Stud Fees: Where Are They Going in 2012?

Marty Buckner of Clarkland Farm liked a lot of things about the Keeneland September yearling sale. The barns were busy during the Central Kentucky auction, prices rose, and profits increased with the help of lower stud fees.

But, Buckner warned, if the situation for commercial breeders is going to continue to get better, “stud fees still need to drop. The stud fees we are still invested in,” she said, “are a little too high.”

Kerry Cauthen of Four Star Sales predicted that stallion managers would be cautious when finalizing their stud fees for 2012 even though many results of this year’s yearling sales have been encouraging.

“You are definitely going to see the stud fees for some horses go up,” Cauthen said. “But as a whole, I would be completely befuddled if stud fees didn’t go lateral (stayed about the same) or even, possibly, decrease further. There is stability in the marketplace, but there isn’t irrational exuberance yet. That exuberance will probably come back when the supply is well outstripped by demand, but we are several steps away from that place in time.”

The stallions whose stud fees will be raised “are the ones that are really proving themselves on the racetrack (with their progeny),” Cauthen said. “With other sires, ‘What have you done for me lately?’  will be on every breeder’s mind. Doing OK isn’t good enough anymore. A stallion has to truly achieve in order to have a higher stud fee. You will find that those horses (that don’t ‘truly achieve’) will leave Kentucky sooner and go to regional marketplaces like New York and Pennsylvania, where there is slots money. Those markets thrive on good, solid racehorse-producing sires.”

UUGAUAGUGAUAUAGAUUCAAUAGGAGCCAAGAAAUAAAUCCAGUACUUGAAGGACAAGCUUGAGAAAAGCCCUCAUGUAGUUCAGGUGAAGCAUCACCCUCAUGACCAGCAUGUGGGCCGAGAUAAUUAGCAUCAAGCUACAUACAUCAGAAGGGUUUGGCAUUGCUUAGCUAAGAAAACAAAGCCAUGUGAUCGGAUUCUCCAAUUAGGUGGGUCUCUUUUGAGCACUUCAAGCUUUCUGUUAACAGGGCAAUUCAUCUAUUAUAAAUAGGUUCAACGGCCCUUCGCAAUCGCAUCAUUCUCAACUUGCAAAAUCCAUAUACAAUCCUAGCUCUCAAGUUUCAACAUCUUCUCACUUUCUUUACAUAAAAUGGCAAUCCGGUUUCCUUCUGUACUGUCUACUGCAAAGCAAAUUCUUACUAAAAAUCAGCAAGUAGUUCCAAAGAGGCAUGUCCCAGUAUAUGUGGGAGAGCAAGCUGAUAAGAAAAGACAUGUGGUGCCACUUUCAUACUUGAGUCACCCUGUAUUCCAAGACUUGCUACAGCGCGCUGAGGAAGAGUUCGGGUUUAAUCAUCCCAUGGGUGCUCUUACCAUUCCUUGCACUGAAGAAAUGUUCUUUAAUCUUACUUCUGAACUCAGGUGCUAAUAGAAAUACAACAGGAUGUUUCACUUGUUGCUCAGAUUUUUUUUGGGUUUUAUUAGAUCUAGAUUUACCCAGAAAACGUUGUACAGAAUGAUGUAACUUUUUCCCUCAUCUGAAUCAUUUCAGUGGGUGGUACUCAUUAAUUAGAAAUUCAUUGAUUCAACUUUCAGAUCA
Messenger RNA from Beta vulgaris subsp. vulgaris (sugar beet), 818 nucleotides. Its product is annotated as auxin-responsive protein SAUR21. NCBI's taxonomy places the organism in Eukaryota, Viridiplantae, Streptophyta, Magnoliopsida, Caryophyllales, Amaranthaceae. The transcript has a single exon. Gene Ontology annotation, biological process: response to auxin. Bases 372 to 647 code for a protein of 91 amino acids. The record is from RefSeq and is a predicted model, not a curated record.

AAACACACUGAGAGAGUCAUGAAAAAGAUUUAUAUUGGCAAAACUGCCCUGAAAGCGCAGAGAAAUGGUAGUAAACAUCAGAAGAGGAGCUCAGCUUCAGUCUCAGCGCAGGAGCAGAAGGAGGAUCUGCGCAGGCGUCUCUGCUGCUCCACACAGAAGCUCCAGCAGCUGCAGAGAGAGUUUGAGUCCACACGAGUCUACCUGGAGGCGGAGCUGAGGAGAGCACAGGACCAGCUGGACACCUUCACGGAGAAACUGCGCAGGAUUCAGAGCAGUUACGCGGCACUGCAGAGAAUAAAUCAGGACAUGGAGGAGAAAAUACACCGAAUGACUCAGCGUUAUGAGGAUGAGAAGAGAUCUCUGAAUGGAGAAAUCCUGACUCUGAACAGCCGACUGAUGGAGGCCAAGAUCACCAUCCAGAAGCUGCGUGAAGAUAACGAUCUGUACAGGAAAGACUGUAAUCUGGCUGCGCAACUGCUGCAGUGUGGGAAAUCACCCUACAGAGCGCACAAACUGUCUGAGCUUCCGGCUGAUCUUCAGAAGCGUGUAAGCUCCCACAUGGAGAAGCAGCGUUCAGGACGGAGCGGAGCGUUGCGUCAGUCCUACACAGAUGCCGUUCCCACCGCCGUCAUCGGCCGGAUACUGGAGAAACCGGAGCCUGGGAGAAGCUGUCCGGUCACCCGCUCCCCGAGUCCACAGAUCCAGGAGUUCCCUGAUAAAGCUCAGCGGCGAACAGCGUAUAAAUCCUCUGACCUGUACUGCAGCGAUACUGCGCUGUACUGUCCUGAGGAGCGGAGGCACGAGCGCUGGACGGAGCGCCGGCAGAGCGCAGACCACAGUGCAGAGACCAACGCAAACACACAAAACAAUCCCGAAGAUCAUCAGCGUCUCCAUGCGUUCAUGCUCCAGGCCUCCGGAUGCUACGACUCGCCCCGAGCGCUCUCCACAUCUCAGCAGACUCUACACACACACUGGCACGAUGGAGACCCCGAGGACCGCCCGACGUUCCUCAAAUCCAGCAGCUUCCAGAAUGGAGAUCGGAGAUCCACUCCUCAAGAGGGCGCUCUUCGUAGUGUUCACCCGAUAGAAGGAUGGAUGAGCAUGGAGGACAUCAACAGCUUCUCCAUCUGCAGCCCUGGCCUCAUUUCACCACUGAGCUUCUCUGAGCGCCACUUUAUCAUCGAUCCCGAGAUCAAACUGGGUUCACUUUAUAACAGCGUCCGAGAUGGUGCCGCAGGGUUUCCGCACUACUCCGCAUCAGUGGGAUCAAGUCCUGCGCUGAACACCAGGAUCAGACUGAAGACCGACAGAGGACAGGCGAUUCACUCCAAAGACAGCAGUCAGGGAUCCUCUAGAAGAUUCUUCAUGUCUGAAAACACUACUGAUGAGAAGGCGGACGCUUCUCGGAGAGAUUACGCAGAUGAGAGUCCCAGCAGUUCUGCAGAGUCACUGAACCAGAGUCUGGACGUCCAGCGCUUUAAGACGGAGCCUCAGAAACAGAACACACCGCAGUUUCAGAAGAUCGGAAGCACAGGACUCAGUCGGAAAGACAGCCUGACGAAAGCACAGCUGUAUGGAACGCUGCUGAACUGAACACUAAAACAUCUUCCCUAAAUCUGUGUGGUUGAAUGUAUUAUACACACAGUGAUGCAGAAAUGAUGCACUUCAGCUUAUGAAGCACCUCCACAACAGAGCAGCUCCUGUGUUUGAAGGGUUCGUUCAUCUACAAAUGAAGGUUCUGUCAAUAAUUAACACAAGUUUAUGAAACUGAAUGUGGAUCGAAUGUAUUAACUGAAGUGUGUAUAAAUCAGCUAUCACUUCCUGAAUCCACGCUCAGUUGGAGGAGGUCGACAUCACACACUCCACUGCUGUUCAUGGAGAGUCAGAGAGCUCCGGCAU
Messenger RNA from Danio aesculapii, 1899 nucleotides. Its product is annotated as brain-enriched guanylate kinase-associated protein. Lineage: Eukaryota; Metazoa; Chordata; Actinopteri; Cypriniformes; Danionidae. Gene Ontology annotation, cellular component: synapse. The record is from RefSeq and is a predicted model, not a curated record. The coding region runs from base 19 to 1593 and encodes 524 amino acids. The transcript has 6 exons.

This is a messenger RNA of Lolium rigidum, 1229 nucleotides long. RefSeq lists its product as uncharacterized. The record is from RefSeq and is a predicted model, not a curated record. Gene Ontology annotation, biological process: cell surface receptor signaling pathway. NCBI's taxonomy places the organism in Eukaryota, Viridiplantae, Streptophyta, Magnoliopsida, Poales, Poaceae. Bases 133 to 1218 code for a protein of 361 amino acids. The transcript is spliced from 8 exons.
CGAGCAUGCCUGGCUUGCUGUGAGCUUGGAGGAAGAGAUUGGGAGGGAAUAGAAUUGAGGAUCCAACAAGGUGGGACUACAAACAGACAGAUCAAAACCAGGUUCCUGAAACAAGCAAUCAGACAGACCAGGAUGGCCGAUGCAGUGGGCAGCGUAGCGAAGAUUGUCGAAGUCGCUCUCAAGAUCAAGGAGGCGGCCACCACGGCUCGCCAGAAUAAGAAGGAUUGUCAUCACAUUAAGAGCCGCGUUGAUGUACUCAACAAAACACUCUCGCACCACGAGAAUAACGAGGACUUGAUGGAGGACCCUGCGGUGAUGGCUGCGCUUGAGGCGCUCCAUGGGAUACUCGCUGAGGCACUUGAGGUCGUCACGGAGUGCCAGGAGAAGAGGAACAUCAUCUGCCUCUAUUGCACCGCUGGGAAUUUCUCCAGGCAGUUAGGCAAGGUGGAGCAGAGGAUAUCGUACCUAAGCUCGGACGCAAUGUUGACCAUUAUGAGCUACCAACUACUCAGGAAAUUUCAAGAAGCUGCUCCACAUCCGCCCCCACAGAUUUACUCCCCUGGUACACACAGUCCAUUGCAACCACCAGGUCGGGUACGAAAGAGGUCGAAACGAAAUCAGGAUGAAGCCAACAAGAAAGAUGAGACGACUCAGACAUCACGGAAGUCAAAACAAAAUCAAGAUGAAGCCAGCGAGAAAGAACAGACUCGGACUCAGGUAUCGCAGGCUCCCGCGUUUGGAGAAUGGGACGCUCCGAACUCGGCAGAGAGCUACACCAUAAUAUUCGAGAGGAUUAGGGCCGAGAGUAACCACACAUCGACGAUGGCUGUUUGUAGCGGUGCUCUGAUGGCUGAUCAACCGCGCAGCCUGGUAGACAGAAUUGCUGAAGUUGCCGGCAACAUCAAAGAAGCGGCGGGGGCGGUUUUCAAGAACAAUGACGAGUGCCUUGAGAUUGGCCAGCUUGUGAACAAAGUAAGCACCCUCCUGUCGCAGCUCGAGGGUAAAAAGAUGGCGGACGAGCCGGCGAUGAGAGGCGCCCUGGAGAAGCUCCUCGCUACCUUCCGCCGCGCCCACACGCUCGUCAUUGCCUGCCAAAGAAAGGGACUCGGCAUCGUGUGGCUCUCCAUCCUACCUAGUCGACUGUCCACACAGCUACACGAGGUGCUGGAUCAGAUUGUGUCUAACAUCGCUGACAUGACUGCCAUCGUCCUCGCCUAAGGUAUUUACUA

Mark Taylor of Taylor Made Sales Agency, a Kentucky operation that also has a stallion division, believed it would be unrealistic not to see some increases in stud fees following improvements at yearling sales.

“That’s just a situation where capitalism takes over," Taylor said. “In theory, you would say, 'Everybody should still lower their stud fees.’ But that’s not necessarily what the stallion managers are going to do because they’re responsible to their shareholders; they’re no different than any public company that is responsible to their shareholders. They want to maximize the revenue, so they’re going to set the price where they can get the highest amount of mares at the highest stud fee so they can to generate revenue.”

But changes in the downsizing Thoroughbred industry, which are creating more competition among stallions for mares, will limit or prevent the growth of stud fees in general, in Taylor’s opinion.

“I don’t think stud fees are going to go down dramatically, but they’ll probably go down another tick overall from where they were,” Taylor said. “Even though the pool of mares is smaller, the books of some of the most popular stallions are already kind of saturated, and there is a ceiling on how many mares those horses can breed. Once those stallions are booked up, people will have look at other horses. But if you set the fees of those other stallions too high, breeders aren’t going to pay them. They’ll just go to plan B. There is a very subtle art to setting stud fees.”

The economics of the breeding business, Taylor believes, have adjusted to a point that new people might be persuaded to give the venture a try even though it remains a financial challenge.

“Stud fees need to continue to go down and the guy getting in needs to be able to control the production costs,” Taylor said. “You have to be able to control things like the day rate (for boarding) and the costs of vet work. You have to get to where you can do a good job on a shoestring if you’re breeding to stallions with lower than $100,000 stud fees.”
 

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